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  3. Abstract The Exa.TrkX project has applied geometric learning concepts such as metric learning and graph neural networks to HEP particle tracking. Exa.TrkX’s tracking pipeline groups detector measurements to form track candidates and filters them. The pipeline, originally developed using the TrackML dataset (a simulation of an LHC-inspired tracking detector), has been demonstrated on other detectors, including DUNE Liquid Argon TPC and CMS High-Granularity Calorimeter. This paper documents new developments needed to study the physics and computing performance of the Exa.TrkX pipeline on the full TrackML dataset, a first step towards validating the pipeline using ATLAS and CMS data. The pipeline achieves tracking efficiency and purity similar to production tracking algorithms. Crucially for future HEP applications, the pipeline benefits significantly from GPU acceleration, and its computational requirements scale close to linearly with the number of particles in the event.
  4. The statistical models used to derive the results of experimental analyses are of incredible scientific value andare essential information for analysis preservation and reuse. In this paper, we make the scientific case for systematically publishing the full statistical models and discuss the technical developments that make this practical. By means of a variety of physics cases -including parton distribution functions, Higgs boson measurements, effective field theory interpretations, direct searches for new physics, heavy flavor physics, direct dark matter detection, world averages, and beyond the Standard Model global fits -we illustrate how detailed information on the statistical modelling can enhance the short- and long-term impact of experimental results.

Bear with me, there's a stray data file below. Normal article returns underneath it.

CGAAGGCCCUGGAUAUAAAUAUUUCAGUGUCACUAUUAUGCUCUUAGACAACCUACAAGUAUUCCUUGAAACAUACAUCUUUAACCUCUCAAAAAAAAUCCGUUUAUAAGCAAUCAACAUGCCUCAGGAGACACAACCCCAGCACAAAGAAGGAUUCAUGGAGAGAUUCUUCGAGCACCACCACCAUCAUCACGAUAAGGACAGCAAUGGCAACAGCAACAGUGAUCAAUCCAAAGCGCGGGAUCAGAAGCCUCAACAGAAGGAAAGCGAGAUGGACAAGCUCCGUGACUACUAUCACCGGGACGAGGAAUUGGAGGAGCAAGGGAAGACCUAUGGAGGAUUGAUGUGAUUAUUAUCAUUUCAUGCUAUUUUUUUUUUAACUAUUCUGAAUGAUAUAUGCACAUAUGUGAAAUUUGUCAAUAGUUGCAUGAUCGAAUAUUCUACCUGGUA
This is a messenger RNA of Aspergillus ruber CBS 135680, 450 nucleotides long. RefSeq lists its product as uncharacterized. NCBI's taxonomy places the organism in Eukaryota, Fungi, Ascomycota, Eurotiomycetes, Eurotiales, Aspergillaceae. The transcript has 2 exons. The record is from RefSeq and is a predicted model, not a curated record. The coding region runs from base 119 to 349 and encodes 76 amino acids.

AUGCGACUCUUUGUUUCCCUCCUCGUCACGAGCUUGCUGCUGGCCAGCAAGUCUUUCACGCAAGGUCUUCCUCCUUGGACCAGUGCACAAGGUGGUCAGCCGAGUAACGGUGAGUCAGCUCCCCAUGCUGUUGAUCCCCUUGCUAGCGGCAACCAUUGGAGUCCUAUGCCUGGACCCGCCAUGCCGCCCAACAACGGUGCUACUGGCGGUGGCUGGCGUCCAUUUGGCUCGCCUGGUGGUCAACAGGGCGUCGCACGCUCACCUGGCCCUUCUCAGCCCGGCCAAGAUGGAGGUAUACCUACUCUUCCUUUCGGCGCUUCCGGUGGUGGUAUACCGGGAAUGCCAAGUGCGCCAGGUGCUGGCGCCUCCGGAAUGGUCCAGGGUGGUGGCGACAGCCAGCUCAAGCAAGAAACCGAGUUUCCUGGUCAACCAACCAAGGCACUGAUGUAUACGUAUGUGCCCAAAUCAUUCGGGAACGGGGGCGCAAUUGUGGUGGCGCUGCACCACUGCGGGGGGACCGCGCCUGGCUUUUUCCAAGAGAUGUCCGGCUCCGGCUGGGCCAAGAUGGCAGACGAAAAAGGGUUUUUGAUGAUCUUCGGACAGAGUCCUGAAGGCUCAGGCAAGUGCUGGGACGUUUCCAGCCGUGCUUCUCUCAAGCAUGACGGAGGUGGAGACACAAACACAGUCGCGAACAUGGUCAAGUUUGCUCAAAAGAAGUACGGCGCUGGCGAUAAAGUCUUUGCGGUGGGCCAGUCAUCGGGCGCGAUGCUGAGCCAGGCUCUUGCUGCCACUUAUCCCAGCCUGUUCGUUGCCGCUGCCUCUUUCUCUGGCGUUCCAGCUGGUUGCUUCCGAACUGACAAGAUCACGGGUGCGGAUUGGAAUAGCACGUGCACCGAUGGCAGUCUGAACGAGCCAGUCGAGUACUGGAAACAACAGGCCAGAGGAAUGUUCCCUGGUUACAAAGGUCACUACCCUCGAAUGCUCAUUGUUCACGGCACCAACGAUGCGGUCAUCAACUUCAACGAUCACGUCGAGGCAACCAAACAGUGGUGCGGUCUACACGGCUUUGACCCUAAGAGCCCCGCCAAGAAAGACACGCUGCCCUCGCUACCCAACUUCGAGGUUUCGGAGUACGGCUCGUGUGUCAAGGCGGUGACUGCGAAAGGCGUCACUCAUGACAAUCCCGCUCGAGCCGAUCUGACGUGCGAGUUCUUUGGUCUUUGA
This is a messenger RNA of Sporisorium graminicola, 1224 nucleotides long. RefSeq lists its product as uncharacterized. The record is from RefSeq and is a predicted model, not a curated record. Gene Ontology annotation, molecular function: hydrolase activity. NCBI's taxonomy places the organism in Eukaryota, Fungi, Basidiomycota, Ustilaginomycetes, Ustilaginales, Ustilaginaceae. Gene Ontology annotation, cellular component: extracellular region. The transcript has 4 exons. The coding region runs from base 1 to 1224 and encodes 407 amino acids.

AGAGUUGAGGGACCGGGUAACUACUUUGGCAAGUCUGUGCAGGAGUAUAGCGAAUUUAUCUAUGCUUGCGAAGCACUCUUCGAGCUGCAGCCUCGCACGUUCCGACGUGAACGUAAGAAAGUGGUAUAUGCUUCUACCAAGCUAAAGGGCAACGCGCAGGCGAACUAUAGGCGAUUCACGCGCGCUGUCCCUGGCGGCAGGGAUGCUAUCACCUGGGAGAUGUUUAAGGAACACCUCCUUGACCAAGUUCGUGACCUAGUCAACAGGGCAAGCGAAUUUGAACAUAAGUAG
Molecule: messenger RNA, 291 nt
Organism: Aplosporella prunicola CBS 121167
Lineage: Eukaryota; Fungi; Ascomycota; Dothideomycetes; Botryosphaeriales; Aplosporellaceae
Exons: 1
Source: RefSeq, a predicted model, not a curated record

Free, publicly-accessible full text available January 1, 2023
  5. In this community review report, we discuss applications and techniques for fast machine learning (ML) in science—the concept of integrating powerful ML methods into the real-time experimental data processing loop to accelerate scientific discovery. The material for the report builds on two workshops held by the Fast ML for Science community and covers three main areas: applications for fast ML across a number of scientific domains; techniques for training and implementing performant and resource-efficient ML algorithms; and computing architectures, platforms, and technologies for deploying these algorithms. We also present overlapping challenges across the multiple scientific domains where common solutions can be found. This community report is intended to give plenty of examples and inspiration for scientific discovery through integrated and accelerated ML solutions. This is followed by a high-level overview and organization of technical advances, including an abundance of pointers to source material, which can enable these breakthroughs.